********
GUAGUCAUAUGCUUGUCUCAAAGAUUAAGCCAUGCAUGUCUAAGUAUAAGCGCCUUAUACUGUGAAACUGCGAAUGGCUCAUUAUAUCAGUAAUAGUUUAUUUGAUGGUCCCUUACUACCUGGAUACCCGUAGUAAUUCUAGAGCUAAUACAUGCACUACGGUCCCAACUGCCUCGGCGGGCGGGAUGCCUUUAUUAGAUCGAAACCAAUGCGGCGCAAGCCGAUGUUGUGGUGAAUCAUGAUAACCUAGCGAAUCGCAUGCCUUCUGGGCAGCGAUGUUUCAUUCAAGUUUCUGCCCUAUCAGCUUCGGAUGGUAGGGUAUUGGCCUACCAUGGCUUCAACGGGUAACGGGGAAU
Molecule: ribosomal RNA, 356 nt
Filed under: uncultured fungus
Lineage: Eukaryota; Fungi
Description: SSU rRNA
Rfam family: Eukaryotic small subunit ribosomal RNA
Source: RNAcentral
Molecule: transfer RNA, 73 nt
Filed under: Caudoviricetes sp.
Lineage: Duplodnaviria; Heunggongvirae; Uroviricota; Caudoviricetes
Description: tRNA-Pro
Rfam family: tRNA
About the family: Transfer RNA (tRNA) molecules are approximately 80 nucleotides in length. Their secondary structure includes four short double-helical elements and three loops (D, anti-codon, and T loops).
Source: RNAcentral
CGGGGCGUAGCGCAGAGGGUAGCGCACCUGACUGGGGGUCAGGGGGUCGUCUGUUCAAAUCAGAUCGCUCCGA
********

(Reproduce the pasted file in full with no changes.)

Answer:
GUAGUCAUAUGCUUGUCUCAAAGAUUAAGCCAUGCAUGUCUAAGUAUAAGCGCCUUAUACUGUGAAACUGCGAAUGGCUCAUUAUAUCAGUAAUAGUUUAUUUGAUGGUCCCUUACUACCUGGAUACCCGUAGUAAUUCUAGAGCUAAUACAUGCACUACGGUCCCAACUGCCUCGGCGGGCGGGAUGCCUUUAUUAGAUCGAAACCAAUGCGGCGCAAGCCGAUGUUGUGGUGAAUCAUGAUAACCUAGCGAAUCGCAUGCCUUCUGGGCAGCGAUGUUUCAUUCAAGUUUCUGCCCUAUCAGCUUCGGAUGGUAGGGUAUUGGCCUACCAUGGCUUCAACGGGUAACGGGGAAU
Molecule: ribosomal RNA, 356 nt
Filed under: uncultured fungus
Lineage: Eukaryota; Fungi
Description: SSU rRNA
Rfam family: Eukaryotic small subunit ribosomal RNA
Source: RNAcentral
Molecule: transfer RNA, 73 nt
Filed under: Caudoviricetes sp.
Lineage: Duplodnaviria; Heunggongvirae; Uroviricota; Caudoviricetes
Description: tRNA-Pro
Rfam family: tRNA
About the family: Transfer RNA (tRNA) molecules are approximately 80 nucleotides in length. Their secondary structure includes four short double-helical elements and three loops (D, anti-codon, and T loops).
Source: RNAcentral
CGGGGCGUAGCGCAGAGGGUAGCGCACCUGACUGGGGGUCAGGGGGUCGUCUGUUCAAAUCAGAUCGCUCCGA